Stop All the Clocks: Second Elegy

    Let Zuckerberg's brainchild go mute;

Let Harvard sophomores stop being cute;

    Let pizza-parlours lose their dough,

    The grass-banked Charles dry up its flow.


    Dive-bars on Causeway Street, close down.

Rose-petals, wither. Summer leaves, turn brown.

    Skies, grow dark as a grunge-band's mood:

    Young buskers, pause and sit and brood.


    Priest, talk no more of hell and sin.

Used car salesman, efface that grating grin.

    O politician, quit your spiel.

    My friend lies dead. Bow down and kneel.


    I've thought of sending her a text.

But her fierce heart's stopped beating. Christ, what next?

    I've wept a Black Sea ten miles deep:

    There's nothing I can do but weep.


    Her shoulder's cold. I cannot lean.

We won't chat on the phone till 2:15.

    Her eyes are locked against the sun:

    The days I laughed with her are done.

Poetry by Thomas DeFreitas The PoetBay support member heart!
Read 188 times
Written on 2018-08-07 at 09:50

dott Save as a bookmark (requires login)
dott Write a comment (requires login)
dott Send as email
dott Print text

Her eyes are locked with the Sun now, her suitor now. You may grieve and command the clocks of the world to stop but she is one with the nature now. Beautiful poem.

Scharlie Meeuws
it started with your title, very powerful, that drew my attention. the emotion of grief is all consuming, i knowledge, my friend. it is a catharsis writing it down. our heads are always around and with us.
loved your poem

josephus The PoetBay support member heart!
My condolences, Thomas. Your painful grief trumps any comments I may have about style and structure.

Jamsbo Rockda The PoetBay support member heart!
Wonderfully introduced in the first three stanza where we are not sure about the reason for the woe. And then the drop into the reality of the piece that gives us the entire understanding of the lead-up. The rhymes are great and the ending is so heart wrenching. Brilliant.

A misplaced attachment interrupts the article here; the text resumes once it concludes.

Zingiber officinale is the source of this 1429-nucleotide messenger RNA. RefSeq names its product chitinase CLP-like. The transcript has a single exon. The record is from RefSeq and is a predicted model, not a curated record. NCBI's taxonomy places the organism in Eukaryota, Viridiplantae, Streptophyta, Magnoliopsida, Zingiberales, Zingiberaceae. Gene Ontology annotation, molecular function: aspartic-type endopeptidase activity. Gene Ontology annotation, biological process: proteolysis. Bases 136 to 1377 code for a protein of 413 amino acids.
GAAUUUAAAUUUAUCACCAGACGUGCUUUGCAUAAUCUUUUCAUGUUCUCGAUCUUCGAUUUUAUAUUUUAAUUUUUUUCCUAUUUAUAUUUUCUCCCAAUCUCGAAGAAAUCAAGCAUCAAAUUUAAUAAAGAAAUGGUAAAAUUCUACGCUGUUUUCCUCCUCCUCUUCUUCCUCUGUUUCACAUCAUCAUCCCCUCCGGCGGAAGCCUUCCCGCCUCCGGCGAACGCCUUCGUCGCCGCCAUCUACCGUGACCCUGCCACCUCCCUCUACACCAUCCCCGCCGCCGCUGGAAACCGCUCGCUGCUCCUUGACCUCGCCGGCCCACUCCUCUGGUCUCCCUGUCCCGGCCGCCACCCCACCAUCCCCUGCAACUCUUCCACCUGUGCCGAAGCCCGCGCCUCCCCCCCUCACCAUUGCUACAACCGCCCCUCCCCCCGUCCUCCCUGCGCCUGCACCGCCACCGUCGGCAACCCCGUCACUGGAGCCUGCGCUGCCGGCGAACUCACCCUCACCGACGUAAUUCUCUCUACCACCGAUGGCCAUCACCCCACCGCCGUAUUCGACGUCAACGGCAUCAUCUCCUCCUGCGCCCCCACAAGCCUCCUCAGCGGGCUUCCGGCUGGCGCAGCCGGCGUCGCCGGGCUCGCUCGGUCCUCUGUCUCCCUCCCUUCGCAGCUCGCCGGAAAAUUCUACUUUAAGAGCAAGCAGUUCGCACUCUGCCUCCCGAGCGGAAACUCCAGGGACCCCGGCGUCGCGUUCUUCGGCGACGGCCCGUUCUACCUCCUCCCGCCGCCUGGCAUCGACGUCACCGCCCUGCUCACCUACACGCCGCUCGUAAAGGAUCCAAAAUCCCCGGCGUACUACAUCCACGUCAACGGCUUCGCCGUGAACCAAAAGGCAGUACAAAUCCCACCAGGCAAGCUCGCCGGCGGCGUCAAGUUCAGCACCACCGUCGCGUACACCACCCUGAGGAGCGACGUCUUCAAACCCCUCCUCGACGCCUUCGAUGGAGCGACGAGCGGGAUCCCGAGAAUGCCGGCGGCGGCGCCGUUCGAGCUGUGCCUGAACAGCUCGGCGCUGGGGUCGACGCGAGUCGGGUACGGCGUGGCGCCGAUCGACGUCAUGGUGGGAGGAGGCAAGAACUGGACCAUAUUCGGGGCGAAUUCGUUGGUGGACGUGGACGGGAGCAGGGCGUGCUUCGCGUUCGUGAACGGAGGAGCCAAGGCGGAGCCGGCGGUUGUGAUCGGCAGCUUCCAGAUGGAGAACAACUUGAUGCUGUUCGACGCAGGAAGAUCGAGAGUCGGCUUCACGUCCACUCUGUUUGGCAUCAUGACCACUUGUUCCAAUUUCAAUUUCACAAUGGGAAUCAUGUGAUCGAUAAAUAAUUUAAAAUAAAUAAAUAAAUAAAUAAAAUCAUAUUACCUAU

ken d williams The PoetBay support member heart!
It is the simple - mundane episodes - of life times we recall
Though sad - gives us reasons to smile - tears - that help
To sooth the pains
preasts - pasters - can course pains of anger - when they

DO not undestand - uses cleshays - that do not help at all!
When my siters died at the ge of 21 - my dad whent to to see
A minster - the miniter said to dad: '' It's gods way of bringing you back to - god!

From the title, I immediately knew this was going to be a poem about death, probably because of the line I fondly recall from Auden's "Funeral Blues".

I admire that you've chosen everyday, mundane things like pizza-parlours.

Though you have maintained the four lines throughout, I think the "My friend lies dead" needs its own separate gravity, rather than being dumped in a verse of priests and salesman. Frankly, I could do with only the last nine lines.

I've seen you use structures like "Rose-petals, wither. Summer leaves, turn brown.", the object-command form. This would have been better without it. It needs the commanding start of a "let", "put", "pack", "pour" so prominent in Auden's piece, the start with a verb, rather than a noun(summer leaf). I'd even suggest using complete sentences. I want to feel your grief, but am not able to with your poem.


Call It What You Will
by Thomas DeFreitas